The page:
25. History is boring Dharma is not.

  26. @RoatanBill

    Look at the harm Economists have done over centuries. They come up with nonsense like fiat money from nothing and MMT

    Money isn’t a fact of nature or some spooky metaphysical reality we can’t deny or change. It has always come from “nothing,” or from what Yuval Harari in one of his books characterizes as a shared fiction.

    To me it’s funny that hard-money obsessives think that their titles to property, patents, trademarks, etc., are “real,” while the fiat money they use is somehow not. All of these fictions are the product of political and social construction, and they are really just useful ideas we agree to work with to extend our ability to cooperate with people around the world beyond our capacity to know only about 150 individuals in our local tribe.

    • Agree: animalogic, St-Germain, utu
    • Replies: @RoatanBill
  27. @RoatanBill

    Political Science – the name alone yells fraud as there’s no science in it.

    There’s no real science in Computer Science either, but that doesn’t mean that it’s worthless. If you study what it teaches seriously, you are going to come away knowing a lot about computers. If you study political science with a similar seriousness, you are going to come away knowing a lot about politics (though not necessarily as much as someone who participates in the political process ).

    If Historians are still debating issues, then call me up when you arrive at a conclusion and you can prove what you say.

    There are plenty of areas of common agreement. The debates revolve around nuances.

    No one will be calling you to inform you of anything, for after reading your posts it’s evident you are jsut a dumb crank, unworthy of anyone’s time.

    • Replies: @Peripatetic Itch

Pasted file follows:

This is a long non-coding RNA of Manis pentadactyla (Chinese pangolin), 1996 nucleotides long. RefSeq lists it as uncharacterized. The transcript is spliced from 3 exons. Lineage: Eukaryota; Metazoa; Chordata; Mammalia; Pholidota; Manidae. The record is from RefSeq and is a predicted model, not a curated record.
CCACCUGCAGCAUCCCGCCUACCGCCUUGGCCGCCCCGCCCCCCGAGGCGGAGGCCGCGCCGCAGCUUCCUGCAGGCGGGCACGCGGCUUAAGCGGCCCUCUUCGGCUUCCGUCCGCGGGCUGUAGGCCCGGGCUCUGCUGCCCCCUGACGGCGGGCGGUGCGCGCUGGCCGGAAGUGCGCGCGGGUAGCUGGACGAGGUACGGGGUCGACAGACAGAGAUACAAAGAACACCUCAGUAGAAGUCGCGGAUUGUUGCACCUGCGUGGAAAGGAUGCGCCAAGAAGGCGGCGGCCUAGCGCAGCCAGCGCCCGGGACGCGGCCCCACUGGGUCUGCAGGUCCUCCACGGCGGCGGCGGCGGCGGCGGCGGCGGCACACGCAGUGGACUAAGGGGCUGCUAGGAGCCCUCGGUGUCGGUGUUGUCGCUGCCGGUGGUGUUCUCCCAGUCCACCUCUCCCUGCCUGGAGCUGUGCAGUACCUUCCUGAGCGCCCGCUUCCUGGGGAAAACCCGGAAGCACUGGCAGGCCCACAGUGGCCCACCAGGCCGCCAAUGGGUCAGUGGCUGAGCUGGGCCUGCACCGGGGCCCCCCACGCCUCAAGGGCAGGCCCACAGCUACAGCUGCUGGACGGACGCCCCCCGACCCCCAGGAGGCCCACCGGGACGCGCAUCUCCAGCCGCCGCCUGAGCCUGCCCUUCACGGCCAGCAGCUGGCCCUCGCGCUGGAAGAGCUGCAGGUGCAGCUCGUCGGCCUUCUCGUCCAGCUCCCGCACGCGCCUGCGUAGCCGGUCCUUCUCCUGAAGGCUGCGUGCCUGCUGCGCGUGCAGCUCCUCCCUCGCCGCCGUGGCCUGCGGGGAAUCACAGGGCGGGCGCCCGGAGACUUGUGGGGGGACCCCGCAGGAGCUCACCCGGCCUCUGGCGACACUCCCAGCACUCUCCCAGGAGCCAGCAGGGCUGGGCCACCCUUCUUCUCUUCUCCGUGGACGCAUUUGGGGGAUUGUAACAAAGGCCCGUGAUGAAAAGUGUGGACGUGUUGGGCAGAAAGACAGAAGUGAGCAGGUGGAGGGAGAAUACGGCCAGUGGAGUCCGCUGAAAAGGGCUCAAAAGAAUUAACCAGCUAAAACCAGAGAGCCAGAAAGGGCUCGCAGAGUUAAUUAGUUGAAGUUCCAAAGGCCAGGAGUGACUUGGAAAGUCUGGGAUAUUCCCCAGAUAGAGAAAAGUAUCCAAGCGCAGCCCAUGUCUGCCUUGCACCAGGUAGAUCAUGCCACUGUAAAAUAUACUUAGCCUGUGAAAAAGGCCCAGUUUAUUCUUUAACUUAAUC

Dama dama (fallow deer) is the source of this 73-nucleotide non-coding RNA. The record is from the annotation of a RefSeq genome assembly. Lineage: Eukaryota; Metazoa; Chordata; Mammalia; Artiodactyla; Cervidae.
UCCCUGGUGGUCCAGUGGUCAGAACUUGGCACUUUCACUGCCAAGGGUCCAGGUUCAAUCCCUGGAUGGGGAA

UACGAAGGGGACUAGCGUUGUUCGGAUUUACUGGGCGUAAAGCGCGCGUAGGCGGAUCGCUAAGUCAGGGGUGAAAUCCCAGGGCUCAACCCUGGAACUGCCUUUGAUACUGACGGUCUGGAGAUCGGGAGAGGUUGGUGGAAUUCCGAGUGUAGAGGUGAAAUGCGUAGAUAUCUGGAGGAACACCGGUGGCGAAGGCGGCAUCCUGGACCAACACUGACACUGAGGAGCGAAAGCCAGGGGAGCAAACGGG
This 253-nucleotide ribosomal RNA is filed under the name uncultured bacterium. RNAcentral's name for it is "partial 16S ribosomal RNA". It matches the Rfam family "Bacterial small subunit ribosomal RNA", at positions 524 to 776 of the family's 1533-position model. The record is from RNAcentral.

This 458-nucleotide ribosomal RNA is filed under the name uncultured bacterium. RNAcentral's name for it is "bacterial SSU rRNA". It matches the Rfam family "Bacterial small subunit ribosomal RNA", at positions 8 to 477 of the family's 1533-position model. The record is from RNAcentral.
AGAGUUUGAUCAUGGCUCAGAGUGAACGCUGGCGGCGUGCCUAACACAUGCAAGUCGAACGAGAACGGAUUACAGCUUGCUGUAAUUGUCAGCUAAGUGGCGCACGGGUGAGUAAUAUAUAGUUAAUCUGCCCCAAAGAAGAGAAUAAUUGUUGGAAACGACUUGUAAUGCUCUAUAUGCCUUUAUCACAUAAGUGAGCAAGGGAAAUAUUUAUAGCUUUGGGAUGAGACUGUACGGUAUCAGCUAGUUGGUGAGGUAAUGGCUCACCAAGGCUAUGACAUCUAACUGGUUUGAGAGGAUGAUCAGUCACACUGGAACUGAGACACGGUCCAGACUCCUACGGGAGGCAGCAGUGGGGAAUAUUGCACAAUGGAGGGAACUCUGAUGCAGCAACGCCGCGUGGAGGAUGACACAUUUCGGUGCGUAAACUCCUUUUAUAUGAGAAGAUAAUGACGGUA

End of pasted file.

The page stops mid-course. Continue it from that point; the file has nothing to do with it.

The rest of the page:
28. Re Youtube history series, I have enjoyed the channels “Military History Visualized” and “TIK.” The first has a heavy focus on WW2, while the second is, as far as I know, exclusively devoted to it. They both delve into finer details of battles and military affairs that more general histories necessarily leave out. Neither is really revisionist, but both (particularly TIK) present the German side objectively enough that you can listen without having to roll your eyes at all the throat clearing and denouncing more mainstream channels consider obligatory.

    • Replies: @Guillaume Durocher
  29. @RoatanBill

    Well, that was easy.
    Congrat’s for flushing away 2500 yr’s of thinking down the sluice.

  30. @RoatanBill

    Couple more steps in this/your direction Bill, & you’ll be a paid up member of “Post Modernism”. God help you.

    • Replies: @RoatanBill
  31. @Resartus

    “Never forget, the Roman Senate killed Ceasar to prevent having an Emperor…”
    Sure.
    And personal animus had nothing to do with it…. Some resent Clementia more than revenge….

  32. @advancedatheist

    Gold and silver are facts of nature and functioned as money for thousands of years. With money that can’t be conjured into existence, deficit spending has a natural limit to reign in profligate gov’t. Only so much real money can be diverted in a real economy by gov’t before the effects become obvious and unsustainable. With Fiat money, there is no limit and is why the world is drowning in artificial debt.